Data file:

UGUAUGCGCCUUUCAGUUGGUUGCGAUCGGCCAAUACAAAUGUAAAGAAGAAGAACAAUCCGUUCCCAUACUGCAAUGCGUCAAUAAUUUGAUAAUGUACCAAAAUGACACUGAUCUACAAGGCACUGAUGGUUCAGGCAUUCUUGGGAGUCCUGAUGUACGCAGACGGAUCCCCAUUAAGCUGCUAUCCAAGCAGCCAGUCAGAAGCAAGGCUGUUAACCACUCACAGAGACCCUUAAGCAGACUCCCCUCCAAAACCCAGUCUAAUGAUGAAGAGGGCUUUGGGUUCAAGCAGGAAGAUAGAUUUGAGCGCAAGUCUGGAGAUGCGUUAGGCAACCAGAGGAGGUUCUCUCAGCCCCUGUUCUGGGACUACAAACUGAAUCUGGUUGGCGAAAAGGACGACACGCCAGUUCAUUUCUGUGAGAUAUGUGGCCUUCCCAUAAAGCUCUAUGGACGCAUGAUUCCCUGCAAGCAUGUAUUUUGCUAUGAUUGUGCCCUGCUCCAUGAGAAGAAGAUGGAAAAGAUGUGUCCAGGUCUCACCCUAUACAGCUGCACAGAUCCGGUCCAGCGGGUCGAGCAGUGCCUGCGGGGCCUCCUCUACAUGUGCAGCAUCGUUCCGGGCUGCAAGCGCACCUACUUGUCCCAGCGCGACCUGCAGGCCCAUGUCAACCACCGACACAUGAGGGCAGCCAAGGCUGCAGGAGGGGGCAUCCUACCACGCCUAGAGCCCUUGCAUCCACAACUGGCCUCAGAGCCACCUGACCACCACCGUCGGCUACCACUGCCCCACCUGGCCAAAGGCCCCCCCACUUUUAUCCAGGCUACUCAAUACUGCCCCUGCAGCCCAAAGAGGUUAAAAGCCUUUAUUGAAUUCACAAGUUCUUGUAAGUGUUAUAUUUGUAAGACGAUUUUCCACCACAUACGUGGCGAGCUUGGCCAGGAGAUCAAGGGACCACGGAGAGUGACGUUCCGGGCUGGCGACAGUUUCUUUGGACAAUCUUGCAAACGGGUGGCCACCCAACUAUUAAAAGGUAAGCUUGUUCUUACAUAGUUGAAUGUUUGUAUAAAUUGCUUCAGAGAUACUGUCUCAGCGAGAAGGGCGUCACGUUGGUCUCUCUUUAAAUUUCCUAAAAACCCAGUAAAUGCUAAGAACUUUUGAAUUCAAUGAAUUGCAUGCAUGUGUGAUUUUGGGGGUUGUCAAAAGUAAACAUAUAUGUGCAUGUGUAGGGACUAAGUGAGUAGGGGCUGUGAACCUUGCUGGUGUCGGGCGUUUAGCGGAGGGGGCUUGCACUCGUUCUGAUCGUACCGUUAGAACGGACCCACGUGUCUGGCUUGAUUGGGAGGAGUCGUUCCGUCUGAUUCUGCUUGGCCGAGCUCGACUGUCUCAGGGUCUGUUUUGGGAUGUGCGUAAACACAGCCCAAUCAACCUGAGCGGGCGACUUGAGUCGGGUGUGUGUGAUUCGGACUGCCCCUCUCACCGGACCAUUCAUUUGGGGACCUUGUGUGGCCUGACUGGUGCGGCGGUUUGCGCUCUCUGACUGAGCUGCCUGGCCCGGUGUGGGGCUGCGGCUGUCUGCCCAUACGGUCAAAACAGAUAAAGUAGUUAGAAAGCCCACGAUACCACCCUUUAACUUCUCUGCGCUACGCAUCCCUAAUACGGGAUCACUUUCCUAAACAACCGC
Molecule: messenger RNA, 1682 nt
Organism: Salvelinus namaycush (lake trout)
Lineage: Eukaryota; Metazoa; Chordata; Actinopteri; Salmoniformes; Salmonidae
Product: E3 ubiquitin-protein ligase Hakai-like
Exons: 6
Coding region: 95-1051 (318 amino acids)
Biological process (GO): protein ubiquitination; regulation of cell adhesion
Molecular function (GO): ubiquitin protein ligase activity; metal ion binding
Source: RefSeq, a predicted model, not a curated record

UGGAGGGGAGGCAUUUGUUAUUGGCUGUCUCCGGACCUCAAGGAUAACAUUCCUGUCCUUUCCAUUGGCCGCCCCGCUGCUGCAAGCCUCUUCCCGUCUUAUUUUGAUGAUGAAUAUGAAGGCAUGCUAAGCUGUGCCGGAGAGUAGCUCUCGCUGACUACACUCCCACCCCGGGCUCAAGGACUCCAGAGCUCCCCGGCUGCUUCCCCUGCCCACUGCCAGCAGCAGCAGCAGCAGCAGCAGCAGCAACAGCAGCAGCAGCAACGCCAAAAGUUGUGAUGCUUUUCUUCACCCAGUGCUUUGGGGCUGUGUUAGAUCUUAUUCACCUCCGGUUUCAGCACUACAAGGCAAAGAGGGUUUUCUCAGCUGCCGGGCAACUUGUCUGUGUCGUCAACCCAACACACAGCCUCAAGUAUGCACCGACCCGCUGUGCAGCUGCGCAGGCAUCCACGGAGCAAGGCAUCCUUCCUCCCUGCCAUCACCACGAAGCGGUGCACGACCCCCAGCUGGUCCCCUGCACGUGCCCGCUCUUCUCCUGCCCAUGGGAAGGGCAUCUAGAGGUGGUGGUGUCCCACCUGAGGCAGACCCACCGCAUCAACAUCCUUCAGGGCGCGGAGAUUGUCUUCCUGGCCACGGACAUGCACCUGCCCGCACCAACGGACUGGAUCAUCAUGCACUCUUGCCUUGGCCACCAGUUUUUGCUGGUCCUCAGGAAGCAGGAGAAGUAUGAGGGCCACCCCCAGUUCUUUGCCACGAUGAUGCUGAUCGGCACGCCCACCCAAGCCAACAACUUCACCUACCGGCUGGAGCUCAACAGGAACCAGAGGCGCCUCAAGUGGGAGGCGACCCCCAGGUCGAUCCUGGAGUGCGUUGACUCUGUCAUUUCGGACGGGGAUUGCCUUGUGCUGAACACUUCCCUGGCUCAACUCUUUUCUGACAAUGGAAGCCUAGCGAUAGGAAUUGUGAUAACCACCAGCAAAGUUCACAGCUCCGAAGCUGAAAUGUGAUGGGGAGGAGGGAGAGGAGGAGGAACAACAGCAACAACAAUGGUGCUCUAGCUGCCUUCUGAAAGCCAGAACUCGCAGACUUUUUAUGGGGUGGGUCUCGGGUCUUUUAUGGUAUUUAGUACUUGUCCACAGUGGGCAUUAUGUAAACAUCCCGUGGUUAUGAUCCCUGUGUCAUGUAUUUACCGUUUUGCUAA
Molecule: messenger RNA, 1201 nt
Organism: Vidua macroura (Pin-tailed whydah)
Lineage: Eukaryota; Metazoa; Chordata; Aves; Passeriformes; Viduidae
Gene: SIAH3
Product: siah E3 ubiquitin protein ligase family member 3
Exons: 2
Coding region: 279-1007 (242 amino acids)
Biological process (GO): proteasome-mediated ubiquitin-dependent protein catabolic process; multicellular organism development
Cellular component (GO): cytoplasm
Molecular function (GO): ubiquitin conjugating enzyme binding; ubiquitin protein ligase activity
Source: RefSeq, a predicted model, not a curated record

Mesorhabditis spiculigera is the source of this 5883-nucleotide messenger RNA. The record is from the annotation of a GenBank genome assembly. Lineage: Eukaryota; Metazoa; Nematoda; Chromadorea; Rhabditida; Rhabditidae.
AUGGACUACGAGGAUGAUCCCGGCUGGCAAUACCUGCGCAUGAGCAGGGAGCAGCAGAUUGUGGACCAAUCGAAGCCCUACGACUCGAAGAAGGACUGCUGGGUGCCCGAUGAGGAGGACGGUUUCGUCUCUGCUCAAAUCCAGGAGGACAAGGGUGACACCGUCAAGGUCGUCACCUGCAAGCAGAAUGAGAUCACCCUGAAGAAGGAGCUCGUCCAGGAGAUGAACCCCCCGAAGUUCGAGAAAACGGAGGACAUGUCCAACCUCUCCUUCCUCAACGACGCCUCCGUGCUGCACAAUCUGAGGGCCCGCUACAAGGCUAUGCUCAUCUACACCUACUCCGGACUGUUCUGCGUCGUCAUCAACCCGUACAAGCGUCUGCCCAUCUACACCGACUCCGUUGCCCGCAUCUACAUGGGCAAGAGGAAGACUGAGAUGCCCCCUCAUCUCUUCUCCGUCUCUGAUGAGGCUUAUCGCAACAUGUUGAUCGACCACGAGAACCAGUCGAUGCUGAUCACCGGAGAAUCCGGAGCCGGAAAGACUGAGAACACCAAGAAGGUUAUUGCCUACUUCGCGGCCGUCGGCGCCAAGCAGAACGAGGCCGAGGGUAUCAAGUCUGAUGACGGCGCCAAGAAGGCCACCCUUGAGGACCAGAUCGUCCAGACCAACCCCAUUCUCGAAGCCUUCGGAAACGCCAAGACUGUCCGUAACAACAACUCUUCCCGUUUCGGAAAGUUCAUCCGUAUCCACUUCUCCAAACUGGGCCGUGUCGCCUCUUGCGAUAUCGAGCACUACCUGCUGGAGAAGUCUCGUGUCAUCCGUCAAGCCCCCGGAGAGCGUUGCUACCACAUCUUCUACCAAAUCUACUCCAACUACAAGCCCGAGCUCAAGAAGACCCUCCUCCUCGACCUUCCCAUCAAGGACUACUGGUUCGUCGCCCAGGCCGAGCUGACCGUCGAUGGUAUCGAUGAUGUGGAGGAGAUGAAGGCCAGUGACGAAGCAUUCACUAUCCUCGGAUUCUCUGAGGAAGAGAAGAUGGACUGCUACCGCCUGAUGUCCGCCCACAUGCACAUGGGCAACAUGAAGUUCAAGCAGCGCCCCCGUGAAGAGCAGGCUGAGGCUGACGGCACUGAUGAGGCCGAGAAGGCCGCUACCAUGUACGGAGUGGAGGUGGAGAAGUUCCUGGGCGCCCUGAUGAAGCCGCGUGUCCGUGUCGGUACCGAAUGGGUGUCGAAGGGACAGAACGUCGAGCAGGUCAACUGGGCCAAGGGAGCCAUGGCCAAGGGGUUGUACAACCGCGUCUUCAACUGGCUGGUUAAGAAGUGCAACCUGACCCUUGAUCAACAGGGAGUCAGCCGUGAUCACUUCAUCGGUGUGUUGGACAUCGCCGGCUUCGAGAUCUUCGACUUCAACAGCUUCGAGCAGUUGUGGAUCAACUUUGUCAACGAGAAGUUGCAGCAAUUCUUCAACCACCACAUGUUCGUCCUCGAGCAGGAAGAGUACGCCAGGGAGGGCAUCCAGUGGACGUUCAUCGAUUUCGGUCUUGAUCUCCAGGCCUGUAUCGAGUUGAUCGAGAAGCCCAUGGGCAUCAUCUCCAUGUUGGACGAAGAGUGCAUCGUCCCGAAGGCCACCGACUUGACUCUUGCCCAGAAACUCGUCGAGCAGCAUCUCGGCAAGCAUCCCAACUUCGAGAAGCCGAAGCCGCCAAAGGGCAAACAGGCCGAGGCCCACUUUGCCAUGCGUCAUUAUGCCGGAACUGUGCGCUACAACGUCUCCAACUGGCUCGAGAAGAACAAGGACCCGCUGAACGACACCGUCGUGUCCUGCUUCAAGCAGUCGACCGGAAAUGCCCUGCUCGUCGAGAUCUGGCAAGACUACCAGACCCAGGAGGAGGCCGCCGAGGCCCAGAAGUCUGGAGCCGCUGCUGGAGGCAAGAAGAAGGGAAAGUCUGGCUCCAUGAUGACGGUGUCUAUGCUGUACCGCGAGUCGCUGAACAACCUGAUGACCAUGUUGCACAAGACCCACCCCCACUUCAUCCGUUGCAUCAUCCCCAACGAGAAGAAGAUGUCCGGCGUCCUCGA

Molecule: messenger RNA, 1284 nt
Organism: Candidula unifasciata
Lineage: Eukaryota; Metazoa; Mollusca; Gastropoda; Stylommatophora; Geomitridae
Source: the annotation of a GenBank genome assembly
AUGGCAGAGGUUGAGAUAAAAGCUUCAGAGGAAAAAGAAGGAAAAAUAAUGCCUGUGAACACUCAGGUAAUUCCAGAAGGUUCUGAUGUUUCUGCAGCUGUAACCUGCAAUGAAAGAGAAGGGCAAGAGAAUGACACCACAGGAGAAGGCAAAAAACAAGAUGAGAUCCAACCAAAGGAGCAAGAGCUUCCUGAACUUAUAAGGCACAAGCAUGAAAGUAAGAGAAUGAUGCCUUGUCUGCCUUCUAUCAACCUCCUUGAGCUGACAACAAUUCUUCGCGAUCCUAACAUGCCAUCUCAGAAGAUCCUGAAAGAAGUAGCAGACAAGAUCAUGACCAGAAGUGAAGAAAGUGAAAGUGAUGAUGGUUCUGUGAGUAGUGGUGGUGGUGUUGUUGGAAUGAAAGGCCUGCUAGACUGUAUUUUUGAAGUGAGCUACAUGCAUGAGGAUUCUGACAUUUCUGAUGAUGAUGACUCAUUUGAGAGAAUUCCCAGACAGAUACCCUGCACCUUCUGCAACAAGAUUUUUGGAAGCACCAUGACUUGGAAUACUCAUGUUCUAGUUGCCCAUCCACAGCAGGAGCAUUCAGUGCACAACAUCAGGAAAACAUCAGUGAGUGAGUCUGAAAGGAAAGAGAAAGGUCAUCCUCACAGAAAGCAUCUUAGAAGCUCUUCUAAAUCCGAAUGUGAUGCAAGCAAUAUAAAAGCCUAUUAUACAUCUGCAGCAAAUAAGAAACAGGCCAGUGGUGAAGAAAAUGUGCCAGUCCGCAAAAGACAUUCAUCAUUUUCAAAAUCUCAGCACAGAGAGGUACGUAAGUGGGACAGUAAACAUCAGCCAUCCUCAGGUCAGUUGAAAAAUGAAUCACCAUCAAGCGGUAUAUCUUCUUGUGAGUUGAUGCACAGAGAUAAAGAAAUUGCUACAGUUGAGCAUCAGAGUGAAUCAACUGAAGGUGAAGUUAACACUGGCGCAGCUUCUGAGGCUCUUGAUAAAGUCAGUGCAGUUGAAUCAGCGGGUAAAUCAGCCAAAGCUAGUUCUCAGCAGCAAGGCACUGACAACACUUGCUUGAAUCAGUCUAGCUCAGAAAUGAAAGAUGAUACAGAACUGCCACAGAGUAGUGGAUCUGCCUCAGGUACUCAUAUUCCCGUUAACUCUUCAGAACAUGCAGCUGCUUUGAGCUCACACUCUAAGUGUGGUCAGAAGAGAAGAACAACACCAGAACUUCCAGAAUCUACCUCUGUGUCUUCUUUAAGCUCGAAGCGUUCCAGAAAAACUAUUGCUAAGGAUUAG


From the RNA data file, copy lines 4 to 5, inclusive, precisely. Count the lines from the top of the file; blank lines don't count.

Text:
Lineage: Eukaryota; Metazoa; Chordata; Actinopteri; Salmoniformes; Salmonidae
Product: E3 ubiquitin-protein ligase Hakai-like